In September 2015, then Labour mayoral candidate, Sadiq Khan, was quoted in the Evening Standard as saying, “I’d do everything in my power to cut stop and search”, the reason for which being that he claimed that the “overuse” of the tactic can have “a dramatic effect on communities”, and can “undermine public confidence in our police”.
Almost two and a half years later in January 2018, the same newspaper ran a headline on the now Mayor’s plan to crackdown on violence, “Sadiq Khan reveals police will ‘significantly increase stop and search to tackle soaring knife crime”.
This shift in position from Khan comes in response to the dramatic rise in crime rates in the capital under his office, with more than 50 people fatally stabbed, shot or injured in 2018 so far. The Times uncovered last week that, for the first time in modern history, London’s murder rate in February and March overtook that of New York. This demonstrates that violence in the capital is truly at crisis point.
It is a fact that, after the Met decreased the number of random stop and searches in 2012, violent crime rates soared. Khan appears to be taking advantage of this pattern by giving the police increased stop and search powers in the hope that crime rates will fall as a result. This approach, however, is far too simplistic, and it is incredibly frustrating that the debate around the effectiveness of stop and search is still going on.
Research carried out by the Home Office in 2008/09, published in the Guardian in May 2016, looked at the effect of mass stop and search on 26 London boroughs and on 9 different types of crime. Their analysis found “no statistically significant crime-reducing effect from the large increase in weapon searches”. This is not to say that “stop and search activity does not reduce crime”, however it does insinuate that an increasing efforts is not the answer.
The police may confiscate a knife, make an arrest, and stop a crime being committed at
that particular time. However as soon as that person returns back into the community, it is naive to think that they will not continue leading the life they did before, and resume the cycle of violence, without proper guidance.
As Khan himself acknowledged, stop and search can actually serve to negatively impact society, if conducted improperly, by creating a sense of hostility between the public and the police. That said, it is widely recognised that stop and search is a necessary and important tool employed to fight crime, but that it must be used correctly and effectively, and alongside other preventative measures that offer more long-term solutions. Stop and search alone, as the Home Office research suggests, is not going to solve the epidemic that is facing us today.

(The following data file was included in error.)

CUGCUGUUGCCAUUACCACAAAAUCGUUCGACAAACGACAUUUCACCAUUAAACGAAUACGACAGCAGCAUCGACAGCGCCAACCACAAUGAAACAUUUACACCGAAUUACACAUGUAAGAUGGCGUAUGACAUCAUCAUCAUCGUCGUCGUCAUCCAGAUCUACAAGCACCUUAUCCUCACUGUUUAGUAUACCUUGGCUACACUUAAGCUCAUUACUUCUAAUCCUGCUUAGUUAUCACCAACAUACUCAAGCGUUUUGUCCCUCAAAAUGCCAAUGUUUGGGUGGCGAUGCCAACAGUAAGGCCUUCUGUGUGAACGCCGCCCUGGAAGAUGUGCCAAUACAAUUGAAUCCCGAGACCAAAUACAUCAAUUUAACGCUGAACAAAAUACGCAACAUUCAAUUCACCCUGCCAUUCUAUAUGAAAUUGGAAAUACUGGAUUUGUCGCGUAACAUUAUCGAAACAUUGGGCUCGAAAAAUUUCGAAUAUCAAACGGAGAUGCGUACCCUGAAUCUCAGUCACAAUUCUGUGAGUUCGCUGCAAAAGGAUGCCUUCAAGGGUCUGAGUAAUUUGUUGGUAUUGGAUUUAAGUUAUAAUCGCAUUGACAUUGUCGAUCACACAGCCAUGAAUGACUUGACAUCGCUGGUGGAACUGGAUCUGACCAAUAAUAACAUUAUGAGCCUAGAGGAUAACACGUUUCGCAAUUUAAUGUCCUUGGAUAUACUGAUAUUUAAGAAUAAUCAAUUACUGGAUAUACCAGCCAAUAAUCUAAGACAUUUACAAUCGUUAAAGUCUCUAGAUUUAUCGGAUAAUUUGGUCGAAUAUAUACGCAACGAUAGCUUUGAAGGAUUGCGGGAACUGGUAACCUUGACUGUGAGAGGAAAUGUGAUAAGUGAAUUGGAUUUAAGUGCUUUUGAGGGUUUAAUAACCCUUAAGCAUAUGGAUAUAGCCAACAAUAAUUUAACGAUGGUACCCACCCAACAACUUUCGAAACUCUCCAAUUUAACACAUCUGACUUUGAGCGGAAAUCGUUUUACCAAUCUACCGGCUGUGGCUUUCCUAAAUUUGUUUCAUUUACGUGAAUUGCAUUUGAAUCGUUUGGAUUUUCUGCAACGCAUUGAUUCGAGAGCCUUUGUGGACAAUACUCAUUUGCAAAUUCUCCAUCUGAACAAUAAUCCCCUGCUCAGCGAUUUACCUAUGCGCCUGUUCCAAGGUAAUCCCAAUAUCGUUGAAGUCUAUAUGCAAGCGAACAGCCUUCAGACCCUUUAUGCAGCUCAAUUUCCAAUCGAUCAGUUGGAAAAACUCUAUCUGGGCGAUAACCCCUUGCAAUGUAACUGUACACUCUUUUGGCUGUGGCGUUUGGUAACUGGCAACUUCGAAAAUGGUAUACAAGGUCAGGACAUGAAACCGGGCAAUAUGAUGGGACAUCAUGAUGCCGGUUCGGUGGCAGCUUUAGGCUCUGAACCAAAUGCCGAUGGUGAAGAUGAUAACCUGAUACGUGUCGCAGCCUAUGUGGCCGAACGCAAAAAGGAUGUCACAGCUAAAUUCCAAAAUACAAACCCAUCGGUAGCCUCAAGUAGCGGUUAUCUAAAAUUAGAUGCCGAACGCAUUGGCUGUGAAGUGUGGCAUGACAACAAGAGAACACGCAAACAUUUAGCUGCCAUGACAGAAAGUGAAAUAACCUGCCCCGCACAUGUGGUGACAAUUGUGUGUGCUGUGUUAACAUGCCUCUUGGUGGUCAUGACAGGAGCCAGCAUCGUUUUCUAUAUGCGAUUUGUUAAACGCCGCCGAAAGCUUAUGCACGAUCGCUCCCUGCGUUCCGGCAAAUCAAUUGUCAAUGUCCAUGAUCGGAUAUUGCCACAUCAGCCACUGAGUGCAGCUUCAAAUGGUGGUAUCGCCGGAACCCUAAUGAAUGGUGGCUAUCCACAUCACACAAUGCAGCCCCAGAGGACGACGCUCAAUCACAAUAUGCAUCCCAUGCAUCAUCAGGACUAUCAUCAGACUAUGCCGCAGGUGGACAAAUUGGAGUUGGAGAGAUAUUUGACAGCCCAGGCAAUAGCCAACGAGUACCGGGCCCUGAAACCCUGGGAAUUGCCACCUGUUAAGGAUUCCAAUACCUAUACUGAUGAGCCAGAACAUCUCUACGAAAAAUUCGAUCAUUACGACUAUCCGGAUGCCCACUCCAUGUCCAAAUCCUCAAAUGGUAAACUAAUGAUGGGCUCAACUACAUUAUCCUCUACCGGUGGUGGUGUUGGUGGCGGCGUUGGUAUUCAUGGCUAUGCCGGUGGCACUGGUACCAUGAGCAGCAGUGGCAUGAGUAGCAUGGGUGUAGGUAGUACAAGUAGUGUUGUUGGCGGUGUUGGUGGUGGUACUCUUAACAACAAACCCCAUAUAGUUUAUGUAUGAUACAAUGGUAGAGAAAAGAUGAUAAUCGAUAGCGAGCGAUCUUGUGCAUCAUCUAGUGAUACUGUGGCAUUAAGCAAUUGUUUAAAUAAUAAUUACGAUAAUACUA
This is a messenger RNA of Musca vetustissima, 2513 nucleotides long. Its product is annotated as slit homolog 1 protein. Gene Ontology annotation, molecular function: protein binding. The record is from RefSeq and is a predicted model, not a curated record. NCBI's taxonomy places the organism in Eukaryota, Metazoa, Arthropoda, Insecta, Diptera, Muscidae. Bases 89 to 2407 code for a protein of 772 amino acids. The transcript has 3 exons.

So what is the solution? Well, Glasgow is rightly used as the poster child for reducing violence within their city, and indeed across the whole of Scotland. A violence reduction unit (VRU) funded by the Scottish government was set up in 2005, following a study carried out prior that found that Scotland was the most dangerous country in the developed world.
The police played a central role in the approach initially, with a rise in stop and search, harsher prison sentences for carrying knives, and asking likely offenders to voluntarily attend the sheriff’s court. It was this latter step that demonstrated how these likely offenders were often subject to abuse themselves, and were living in communities of crime and violence that they had little option of escaping.
At this point, the strategy of the operation changed, and violence started to be viewed as a public health issue. By working with the police alongside health, education and social work sectors, the government adopted a more holistic approach, and accepted that harsher sentences and tougher police actions will not solve the problem. The people most likely to become offenders need to feel valued among society, and that they have the support of getting a job, housing or education.
The successes of this approach have been significant. According to Scottish government figures published by Vice, the murder rate in Glasgow has declined by 60% over the past decade, and between 2011-2016, no person under the age of 20 was killed with a knife. Whilst there are recognised differences between Glasgow and London, this example should demonstrate that looking holistically and across different contributing factors is an effective approach when tackling and preventing violence.
It is positive that the Met police chief, Cressida Dick, visited Glasgow in February to learn more about this approach, however there has been little indication that any real actions have come off the back of this meeting. Time is going by and almost every day now an attack or fatality is reported in the newspapers. It is now that the government needs to step in and address the proliferation of violence across the capital and the country. We need to distance ourselves from harsh stop and searches practices that are proven not to be effective, and work towards a more holistic, success-proven approach, that helps to prevent, as opposed to just punish, violence.
By Sacha Power X JAGS FOUNDATION